We’ll be back with a regular 4Columns issue on September 6. Until then, enjoy our second summer missive, in which we sort books based on relative thickness.
When it comes to summer reading, people tend to follow one of two routes: opting either for those just-published tracts that wink at us from store windows and e-commerce sites, or those historical classics that slipped through the cracks of our college syllabi. At 4Columns, our summer reading plans have brought us to a different fork in the road: the first path leads to a stack of big books that are too heavy to carry on the subway during the rest of the year, but are well-suited to summer’s protracted plane rides or idle weekends at home. The second path takes us to the daunting tome’s inverse: those slim, unassuming volumes that tuck easily into a bag and can be consumed during a day-trip to the beach—yet lack nothing in terms of their relative power. We think, in other words, in terms of girth, turning for inspiration to this list of books fat and thin that have recently been covered in 4Columns.
Books, Three Fat
This two-volume doorstopper is considered one of the most important literary works of postwar Germany, but until now its English-language reception has been largely academic. NYRB’s publication of a new, unabridged translation will hopefully inspire a broader audience to dive into the semi-fictional life of Gesine Cresspahl, a German émigré living in New York with her young daughter, during the volatile year of 1967–68. “Karl Ove Knausgaard probably read Anniversaries before writing the six books of My Struggle,” Charity Scribner writes in her 4Columns review. “Rachel Cusk would have much to learn from it now.”
Speaking of Knausgaard, no list of very-long books would be complete without his best-selling My Struggle, the ultimate volume of which was published last September, finally allowing English-speaking readers to assess the multipart epic as a complete work. At 1,156 pages, Book 6 is sprawling and episodic, patchy and imperfect, a vast text produced at a breakneck pace; but reading it is an unforgettable experience, writes Hari Kunzru.
“There’s little purpose in trying to summarize the plot of Matthew McIntosh’s second novel, theMystery.doc,” David L. Ulin wrote in his 2017 review. “In the first place, the book is more than 1,600 pages in length, so how to encapsulate it all?” But McIntosh’s post-postmodern expression of the chaotic culture in which we live sounds well worth investing time in (not to mention the physical exertion of lugging it around); it’s a surprisingly intimate and thoughtfully self-aware book that “takes it on faith that literature, that art, should address the largest questions, even when we know they can’t be answered in any satisfying terms.”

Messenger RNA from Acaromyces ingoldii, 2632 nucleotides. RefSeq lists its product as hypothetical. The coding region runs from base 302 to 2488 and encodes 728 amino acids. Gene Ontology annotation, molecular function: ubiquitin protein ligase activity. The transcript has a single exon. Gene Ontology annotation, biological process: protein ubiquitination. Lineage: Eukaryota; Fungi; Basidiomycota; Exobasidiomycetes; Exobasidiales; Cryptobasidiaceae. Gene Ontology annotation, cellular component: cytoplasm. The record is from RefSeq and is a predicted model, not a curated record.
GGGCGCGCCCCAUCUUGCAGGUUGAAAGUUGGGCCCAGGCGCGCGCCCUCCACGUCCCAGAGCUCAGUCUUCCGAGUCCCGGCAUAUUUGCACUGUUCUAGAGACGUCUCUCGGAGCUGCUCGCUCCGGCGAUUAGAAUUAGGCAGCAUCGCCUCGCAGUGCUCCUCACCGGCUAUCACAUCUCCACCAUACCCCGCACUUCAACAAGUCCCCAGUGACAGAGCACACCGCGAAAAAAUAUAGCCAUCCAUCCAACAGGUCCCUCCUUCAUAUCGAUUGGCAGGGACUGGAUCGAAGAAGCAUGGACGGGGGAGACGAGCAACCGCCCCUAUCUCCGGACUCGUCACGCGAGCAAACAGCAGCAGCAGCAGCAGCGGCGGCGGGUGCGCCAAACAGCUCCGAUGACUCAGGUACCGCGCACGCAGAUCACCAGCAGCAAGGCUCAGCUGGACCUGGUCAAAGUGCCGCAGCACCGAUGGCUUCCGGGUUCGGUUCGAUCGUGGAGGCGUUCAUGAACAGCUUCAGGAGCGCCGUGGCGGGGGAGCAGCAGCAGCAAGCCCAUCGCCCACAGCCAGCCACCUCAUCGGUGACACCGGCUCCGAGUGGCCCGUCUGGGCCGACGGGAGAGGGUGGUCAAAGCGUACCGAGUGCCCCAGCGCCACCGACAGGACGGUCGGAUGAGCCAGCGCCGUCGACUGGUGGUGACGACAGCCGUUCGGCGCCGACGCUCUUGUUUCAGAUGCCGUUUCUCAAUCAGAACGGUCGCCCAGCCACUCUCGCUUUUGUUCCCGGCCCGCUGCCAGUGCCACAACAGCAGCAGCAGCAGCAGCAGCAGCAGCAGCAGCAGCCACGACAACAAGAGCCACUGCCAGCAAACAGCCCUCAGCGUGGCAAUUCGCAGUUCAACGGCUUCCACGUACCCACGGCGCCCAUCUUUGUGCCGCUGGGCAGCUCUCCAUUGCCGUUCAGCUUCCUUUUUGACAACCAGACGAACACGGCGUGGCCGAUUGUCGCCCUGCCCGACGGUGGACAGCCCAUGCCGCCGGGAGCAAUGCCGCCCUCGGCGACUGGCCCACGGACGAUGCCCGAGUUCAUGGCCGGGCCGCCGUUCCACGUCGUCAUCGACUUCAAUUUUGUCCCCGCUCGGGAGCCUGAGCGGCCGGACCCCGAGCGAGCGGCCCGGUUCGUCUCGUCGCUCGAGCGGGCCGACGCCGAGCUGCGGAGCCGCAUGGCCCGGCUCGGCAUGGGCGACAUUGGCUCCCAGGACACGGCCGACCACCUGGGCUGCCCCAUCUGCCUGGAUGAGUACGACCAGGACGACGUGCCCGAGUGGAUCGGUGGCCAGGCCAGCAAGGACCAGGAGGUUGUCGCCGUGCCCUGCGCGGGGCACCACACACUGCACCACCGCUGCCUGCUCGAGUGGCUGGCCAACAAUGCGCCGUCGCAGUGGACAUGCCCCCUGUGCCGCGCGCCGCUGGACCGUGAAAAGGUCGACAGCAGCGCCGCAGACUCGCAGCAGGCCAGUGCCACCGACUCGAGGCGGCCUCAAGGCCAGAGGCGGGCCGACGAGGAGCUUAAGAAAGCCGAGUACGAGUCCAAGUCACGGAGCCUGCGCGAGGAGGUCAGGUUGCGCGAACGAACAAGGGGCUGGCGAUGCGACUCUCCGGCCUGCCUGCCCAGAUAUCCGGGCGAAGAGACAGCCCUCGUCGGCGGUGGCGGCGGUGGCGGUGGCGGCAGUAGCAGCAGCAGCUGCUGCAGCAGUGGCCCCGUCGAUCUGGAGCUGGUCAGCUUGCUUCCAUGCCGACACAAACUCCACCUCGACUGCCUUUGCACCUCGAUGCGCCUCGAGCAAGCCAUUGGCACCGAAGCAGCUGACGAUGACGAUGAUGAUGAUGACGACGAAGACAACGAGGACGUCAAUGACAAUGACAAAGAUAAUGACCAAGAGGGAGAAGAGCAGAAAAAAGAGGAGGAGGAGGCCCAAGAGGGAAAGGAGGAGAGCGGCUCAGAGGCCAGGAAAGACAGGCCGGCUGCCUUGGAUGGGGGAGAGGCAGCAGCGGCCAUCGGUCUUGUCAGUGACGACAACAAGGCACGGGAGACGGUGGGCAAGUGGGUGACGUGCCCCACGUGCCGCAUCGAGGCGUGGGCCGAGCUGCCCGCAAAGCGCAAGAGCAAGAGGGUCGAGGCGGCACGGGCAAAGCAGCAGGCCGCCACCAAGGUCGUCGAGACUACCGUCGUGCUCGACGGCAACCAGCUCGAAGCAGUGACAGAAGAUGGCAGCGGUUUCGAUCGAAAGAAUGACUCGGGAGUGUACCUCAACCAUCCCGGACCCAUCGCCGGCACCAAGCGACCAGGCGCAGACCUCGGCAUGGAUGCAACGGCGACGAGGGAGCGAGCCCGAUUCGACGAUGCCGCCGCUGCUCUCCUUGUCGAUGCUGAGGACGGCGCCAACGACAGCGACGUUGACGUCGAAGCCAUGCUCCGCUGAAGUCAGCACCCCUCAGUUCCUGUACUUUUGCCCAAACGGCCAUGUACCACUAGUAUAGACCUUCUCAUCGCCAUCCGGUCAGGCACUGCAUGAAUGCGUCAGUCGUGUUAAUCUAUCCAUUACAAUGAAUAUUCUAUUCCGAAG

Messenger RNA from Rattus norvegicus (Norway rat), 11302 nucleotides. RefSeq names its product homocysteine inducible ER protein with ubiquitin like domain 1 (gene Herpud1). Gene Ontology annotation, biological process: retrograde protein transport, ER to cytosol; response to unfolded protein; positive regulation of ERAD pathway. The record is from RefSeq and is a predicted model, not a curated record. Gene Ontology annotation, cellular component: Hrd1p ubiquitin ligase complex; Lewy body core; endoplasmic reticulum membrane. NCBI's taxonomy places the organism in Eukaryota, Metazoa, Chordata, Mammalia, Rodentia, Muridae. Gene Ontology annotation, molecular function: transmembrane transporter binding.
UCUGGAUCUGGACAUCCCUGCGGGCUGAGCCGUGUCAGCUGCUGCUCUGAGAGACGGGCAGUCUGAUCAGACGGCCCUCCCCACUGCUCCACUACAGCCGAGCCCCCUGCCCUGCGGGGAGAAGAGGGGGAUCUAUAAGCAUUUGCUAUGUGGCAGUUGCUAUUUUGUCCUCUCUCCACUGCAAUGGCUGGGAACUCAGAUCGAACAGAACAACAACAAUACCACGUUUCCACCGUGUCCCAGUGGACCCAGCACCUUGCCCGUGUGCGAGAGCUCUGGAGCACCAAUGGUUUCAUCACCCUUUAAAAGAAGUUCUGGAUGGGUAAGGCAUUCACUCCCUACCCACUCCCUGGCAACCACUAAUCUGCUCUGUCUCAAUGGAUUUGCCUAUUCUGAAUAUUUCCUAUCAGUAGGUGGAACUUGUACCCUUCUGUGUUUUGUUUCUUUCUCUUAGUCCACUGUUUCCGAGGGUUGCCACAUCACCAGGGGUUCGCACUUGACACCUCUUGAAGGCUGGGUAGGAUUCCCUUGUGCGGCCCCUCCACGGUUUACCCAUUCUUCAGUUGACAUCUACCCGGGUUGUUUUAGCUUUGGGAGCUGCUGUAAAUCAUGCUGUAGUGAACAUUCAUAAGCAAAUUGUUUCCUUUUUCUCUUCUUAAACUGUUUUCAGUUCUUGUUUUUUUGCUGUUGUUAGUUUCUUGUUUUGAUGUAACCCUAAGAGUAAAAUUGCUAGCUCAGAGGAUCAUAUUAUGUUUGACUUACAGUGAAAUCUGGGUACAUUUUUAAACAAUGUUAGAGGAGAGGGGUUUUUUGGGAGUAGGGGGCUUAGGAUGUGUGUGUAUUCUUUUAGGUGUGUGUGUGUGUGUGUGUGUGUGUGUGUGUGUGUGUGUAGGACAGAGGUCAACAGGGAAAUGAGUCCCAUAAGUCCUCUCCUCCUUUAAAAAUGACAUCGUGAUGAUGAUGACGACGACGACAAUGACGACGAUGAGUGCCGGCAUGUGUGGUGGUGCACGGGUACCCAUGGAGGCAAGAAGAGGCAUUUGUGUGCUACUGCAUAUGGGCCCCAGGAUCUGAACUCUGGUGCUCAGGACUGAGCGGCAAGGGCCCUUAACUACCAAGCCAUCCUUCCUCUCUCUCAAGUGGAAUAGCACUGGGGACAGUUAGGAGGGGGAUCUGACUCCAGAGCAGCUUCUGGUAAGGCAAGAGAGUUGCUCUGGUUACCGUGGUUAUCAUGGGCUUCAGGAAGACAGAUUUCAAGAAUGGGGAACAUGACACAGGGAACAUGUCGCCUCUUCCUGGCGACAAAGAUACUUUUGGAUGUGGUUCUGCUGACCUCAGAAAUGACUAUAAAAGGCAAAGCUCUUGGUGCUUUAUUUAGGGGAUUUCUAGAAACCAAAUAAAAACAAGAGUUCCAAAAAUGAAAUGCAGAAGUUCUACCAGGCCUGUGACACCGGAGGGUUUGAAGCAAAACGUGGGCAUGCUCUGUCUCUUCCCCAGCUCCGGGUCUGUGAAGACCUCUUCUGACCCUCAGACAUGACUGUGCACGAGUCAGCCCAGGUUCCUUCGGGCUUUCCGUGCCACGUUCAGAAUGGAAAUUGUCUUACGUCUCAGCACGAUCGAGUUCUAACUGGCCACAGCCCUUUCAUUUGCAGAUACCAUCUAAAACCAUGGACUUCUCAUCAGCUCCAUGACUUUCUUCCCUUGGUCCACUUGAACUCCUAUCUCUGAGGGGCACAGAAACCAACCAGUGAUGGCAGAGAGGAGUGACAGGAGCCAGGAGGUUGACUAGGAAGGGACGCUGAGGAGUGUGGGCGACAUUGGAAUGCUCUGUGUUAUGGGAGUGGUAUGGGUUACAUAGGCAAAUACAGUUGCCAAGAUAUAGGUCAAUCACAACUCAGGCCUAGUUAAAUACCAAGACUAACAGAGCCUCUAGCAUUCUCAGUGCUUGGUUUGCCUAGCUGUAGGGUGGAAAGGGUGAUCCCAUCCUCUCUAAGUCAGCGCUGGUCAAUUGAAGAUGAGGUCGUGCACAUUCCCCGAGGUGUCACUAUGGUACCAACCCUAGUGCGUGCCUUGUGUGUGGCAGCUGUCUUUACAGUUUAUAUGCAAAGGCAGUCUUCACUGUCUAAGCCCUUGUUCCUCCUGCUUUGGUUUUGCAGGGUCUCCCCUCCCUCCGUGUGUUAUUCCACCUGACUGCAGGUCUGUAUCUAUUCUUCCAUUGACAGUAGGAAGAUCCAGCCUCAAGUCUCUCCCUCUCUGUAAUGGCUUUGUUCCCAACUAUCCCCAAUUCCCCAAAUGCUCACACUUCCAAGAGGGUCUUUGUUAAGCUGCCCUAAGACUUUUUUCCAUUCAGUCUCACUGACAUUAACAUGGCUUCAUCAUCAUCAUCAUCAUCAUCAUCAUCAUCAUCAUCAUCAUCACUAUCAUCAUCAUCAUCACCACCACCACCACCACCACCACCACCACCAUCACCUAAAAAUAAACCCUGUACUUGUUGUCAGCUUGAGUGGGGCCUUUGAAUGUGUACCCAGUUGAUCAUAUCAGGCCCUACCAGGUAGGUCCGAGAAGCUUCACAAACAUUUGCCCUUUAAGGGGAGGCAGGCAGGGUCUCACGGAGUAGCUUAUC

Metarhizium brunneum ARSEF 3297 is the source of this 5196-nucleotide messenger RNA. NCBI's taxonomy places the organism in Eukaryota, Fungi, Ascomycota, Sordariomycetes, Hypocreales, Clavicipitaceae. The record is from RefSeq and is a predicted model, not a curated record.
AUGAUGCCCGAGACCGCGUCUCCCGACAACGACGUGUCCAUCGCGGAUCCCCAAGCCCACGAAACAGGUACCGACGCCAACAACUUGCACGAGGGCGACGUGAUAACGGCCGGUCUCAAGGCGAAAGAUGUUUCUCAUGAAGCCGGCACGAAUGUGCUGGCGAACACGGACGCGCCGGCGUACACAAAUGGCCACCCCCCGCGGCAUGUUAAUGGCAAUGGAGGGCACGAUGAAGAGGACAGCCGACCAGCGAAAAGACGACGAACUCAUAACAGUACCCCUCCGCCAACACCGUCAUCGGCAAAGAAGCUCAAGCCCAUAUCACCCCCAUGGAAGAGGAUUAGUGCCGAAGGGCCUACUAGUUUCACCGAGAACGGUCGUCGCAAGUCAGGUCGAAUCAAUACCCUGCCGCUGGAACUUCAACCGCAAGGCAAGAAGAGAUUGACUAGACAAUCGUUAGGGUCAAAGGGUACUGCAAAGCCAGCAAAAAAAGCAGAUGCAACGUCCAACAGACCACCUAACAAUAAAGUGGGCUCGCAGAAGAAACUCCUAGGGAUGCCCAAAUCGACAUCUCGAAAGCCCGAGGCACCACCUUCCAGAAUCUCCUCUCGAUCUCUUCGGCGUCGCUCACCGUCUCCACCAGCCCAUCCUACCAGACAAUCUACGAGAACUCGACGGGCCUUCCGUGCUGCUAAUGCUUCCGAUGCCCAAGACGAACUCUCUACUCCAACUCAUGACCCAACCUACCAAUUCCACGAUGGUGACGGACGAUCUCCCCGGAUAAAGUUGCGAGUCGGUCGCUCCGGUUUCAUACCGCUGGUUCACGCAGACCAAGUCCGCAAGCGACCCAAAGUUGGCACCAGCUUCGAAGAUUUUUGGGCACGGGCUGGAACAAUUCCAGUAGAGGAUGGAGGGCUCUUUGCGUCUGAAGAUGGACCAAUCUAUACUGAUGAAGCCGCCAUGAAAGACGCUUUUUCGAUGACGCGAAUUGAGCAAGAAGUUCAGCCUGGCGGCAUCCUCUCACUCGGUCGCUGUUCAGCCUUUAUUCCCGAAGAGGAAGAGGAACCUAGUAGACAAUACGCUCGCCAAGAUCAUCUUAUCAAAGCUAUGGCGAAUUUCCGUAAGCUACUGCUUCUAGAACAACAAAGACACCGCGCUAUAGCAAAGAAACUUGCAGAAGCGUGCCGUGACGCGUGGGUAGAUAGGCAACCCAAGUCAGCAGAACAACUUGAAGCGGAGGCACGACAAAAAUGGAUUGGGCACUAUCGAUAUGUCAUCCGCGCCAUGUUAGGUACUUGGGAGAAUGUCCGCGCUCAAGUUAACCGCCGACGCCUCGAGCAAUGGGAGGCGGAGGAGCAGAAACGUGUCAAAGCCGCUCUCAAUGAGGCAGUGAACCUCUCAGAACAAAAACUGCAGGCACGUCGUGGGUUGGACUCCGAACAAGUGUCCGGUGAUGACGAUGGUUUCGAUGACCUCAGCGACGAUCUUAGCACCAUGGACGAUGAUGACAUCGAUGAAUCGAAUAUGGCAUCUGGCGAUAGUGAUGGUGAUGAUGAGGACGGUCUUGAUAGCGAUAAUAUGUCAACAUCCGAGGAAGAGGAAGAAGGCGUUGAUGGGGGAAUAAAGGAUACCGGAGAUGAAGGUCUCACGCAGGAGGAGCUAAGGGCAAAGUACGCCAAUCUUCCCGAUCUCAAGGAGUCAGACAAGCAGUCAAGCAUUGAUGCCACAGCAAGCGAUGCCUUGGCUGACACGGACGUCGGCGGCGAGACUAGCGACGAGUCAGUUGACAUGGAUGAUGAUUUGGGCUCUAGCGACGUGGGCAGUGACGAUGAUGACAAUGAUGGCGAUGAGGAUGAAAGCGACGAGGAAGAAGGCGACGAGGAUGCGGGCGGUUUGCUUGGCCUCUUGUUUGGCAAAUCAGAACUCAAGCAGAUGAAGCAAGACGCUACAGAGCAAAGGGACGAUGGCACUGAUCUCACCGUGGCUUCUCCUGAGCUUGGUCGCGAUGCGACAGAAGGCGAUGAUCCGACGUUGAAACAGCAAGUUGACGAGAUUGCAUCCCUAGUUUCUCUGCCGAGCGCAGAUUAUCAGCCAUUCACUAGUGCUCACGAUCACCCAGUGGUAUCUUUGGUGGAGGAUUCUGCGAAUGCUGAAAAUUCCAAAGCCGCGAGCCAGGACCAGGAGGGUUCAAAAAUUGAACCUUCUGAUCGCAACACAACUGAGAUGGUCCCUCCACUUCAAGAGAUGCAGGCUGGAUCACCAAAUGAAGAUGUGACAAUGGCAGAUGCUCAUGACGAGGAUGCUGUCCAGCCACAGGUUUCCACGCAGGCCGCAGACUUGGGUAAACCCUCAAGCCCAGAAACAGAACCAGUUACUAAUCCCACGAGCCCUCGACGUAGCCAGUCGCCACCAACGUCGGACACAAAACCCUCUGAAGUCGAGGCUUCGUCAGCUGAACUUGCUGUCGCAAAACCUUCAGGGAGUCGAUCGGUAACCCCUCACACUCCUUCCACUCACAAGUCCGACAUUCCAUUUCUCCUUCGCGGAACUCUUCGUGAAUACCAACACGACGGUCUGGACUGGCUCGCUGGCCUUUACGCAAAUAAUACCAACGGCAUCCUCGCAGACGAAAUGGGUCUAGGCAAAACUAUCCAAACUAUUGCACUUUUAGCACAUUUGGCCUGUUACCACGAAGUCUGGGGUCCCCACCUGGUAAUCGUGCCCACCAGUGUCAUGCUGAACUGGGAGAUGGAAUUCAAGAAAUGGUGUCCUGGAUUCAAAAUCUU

Books, Three Thin
If the above books are engorged with pages, inversely proportional is Negrophobia, a lean and nervy paperback. NYRB reissued this licentious screenplay-as-novel (the debut book by elusive author / filmmaker / performance artist Darius James) in February, making it available for the first time since it went out of print over twenty years ago. Marked by a “signature ethics of puckish vulgarity” and “fueled by simmering fury,” Negrophobia “emerges as the senseless lesson of a giddy antichrist,” writes reviewer Lake Bunkley.
The late Bengali writer Nabarun Bhattacharya saw literature as a protracted guerrilla battle against the neoliberal Indian state, and his scabrous first book Harbart might be classified as “free-market parable.” First published in Calcutta in 1994 (shortly after the Indian government passed economic reforms that would usher in a new age of staggering inequality), it was reissued in a new English translation earlier this summer. As slim a volume as it may be, this is an undeniably important book, writes Ratik Asokan, one that is prophetic of a pioneering “kind of novel that attends to how society is being organized by certain vested interests; a novel that goes to the heart—rather, goes for the jugular—of the economic system itself.”
This is Han Kang’s third book in English translation, coming after her astounding The Vegetarian, which won the 2016 Man Booker International Prize. Both stark and lyrical, The White Book is inspired by the premature birth and brief life of Han’s older sister, and is as much a meditation on grief as on a color. More ruminative in pacing and tone than The Vegetarian, The White Book resembles poetry collections in its slim presentation and design, writes Sowon Kwon, while thematically sharing with Han’s previous work an attentiveness to “the dead that had been insufficiently mourned.”
Though 4Columns did not review the new translations of late Italian author Natalia Ginzburg’s Happiness, as Such (1973) and The Dry Heart (1947), these are two particularly slender volumes that should not be missed this summer. Seek them out at your local library or bookseller!